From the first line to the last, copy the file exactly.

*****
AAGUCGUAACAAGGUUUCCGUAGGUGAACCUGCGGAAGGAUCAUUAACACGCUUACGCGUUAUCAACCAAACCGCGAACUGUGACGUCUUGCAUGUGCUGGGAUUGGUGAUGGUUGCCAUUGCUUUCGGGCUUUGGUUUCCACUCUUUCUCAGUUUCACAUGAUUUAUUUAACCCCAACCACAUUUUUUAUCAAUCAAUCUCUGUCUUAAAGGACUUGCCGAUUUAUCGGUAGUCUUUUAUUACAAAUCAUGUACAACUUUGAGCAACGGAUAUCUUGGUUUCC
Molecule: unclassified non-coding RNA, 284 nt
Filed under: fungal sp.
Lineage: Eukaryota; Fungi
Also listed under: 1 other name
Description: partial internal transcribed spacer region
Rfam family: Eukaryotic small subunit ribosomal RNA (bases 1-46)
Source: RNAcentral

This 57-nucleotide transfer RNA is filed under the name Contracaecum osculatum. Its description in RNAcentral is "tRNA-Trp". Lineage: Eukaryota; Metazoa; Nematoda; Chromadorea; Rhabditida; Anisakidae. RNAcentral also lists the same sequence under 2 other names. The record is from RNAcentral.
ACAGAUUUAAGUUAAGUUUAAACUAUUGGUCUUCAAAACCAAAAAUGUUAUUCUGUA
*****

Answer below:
AAGUCGUAACAAGGUUUCCGUAGGUGAACCUGCGGAAGGAUCAUUAACACGCUUACGCGUUAUCAACCAAACCGCGAACUGUGACGUCUUGCAUGUGCUGGGAUUGGUGAUGGUUGCCAUUGCUUUCGGGCUUUGGUUUCCACUCUUUCUCAGUUUCACAUGAUUUAUUUAACCCCAACCACAUUUUUUAUCAAUCAAUCUCUGUCUUAAAGGACUUGCCGAUUUAUCGGUAGUCUUUUAUUACAAAUCAUGUACAACUUUGAGCAACGGAUAUCUUGGUUUCC
Molecule: unclassified non-coding RNA, 284 nt
Filed under: fungal sp.
Lineage: Eukaryota; Fungi
Also listed under: 1 other name
Description: partial internal transcribed spacer region
Rfam family: Eukaryotic small subunit ribosomal RNA (bases 1-46)
Source: RNAcentral

This 57-nucleotide transfer RNA is filed under the name Contracaecum osculatum. Its description in RNAcentral is "tRNA-Trp". Lineage: Eukaryota; Metazoa; Nematoda; Chromadorea; Rhabditida; Anisakidae. RNAcentral also lists the same sequence under 2 other names. The record is from RNAcentral.
ACAGAUUUAAGUUAAGUUUAAACUAUUGGUCUUCAAAACCAAAAAUGUUAUUCUGUA